CHICOPEE, Mass. (WWLP) – Chicopee Police Chief Thomas Charette will have to give up his position this summer.
The state Civil Service Commission ruled in favor of Chicopee Deputy Police Chief William Jebb. 22News talked to Jebb’s attorney who says the Commission made the right decision because Jebb was wrongfully bypassed for the promotion.
After one full year as the chief, Chicopee Police Chief Thomas Charette will have to give up that promotion. The state Civil Service Commission ruled Thursday someone else was more qualified.
The ruling is effective July 1st. That means Chief Charette will serve as the temporary chief starting July 1st until Mayor Richard Kos appoints a new permanent chief.
Former Mayor Mike Bissonnette had promoted Charette to chief last July. But Deputy Chief William Jebb filed an appeal, claiming he was bypassed for the job on purpose.
Jebb’s attorney Thomas Kenefick told 22News, “If you compared the two, Deputy Chief Jebb was the number one candidate of all the candidates. My client had the highest score from the assessment center, the highest score from the interviews.”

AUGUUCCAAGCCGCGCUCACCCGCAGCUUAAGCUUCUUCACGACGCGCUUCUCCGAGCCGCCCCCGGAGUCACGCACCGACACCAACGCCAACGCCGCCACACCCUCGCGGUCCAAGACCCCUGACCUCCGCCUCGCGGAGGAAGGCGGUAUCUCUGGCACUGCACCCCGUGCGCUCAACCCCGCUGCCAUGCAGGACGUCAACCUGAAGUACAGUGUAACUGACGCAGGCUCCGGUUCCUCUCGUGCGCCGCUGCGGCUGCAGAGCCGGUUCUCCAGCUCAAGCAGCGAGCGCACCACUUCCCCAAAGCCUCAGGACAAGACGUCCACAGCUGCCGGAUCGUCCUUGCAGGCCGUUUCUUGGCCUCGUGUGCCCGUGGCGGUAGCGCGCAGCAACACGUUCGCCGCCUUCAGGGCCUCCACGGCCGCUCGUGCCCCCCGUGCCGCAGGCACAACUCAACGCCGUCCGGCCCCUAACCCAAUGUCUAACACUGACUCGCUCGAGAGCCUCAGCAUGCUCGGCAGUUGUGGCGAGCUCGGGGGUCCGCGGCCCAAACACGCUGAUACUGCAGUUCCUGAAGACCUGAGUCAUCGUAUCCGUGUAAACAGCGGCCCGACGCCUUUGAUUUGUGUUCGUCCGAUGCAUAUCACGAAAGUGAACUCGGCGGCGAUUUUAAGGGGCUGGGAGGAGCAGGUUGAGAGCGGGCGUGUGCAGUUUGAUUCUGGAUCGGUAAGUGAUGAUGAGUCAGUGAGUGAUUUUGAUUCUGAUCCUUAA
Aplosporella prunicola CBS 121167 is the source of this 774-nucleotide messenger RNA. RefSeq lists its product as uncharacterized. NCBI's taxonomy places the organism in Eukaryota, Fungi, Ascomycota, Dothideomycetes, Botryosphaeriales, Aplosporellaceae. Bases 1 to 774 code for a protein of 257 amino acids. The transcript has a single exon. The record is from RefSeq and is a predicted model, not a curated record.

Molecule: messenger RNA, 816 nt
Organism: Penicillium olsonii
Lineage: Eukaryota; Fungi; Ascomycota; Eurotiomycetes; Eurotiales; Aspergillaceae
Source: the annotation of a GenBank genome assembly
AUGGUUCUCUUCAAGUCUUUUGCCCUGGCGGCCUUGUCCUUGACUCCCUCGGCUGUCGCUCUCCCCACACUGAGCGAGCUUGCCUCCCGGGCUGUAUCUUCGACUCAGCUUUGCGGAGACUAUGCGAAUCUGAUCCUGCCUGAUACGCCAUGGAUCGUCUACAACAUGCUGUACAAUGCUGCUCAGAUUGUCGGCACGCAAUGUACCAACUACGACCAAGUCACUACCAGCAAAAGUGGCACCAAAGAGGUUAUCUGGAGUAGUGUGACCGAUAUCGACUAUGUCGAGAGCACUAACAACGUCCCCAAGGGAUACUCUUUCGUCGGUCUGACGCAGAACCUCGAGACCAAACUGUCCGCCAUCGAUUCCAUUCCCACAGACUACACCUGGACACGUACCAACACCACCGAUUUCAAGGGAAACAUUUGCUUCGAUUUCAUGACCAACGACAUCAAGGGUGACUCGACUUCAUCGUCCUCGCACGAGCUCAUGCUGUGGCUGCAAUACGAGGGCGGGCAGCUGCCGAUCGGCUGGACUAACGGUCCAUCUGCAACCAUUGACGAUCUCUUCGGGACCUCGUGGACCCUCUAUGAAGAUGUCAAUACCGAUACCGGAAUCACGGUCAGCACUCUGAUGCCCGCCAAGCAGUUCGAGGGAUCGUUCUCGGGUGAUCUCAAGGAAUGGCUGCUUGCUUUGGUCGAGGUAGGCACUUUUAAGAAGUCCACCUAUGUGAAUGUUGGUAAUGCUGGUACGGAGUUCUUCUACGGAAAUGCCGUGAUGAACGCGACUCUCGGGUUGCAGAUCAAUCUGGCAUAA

Former Mayor Mike Bissonnette sent 22News a statement. It reads in part: “I have no personal or political bias about Bill Jebb who I regard as a fine officer. It would have been better politics to have appointed Captain Jebb, but I have never been one to avoid tough decisions or look the other way at misconduct.”
Meantime, Chicopee residents told 22News they’re fed up with conflicts among city leaders. Lee Gould said, “How can you change that? You’re never going to change it. The chief should be appointed through the ranks. Whoever deserves, who put the time in, they should get it.”
Mayor Kos issued 22News a statement concerning the decision. “In regards to Civil Service Police Chief decision, the decision speaks for itself. The Civil Service decision is being reviewed by the attorneys for teh City of Chicopee. Going forward I can assure the public, and more specifically, the citizens of Chicopee, that my administration will comply with all applicable civil service laws, rules and regulations. This is what the public deserves and this is what the public will get.”
To read the full report from the Commonwealth of Massachusetts, Click Here.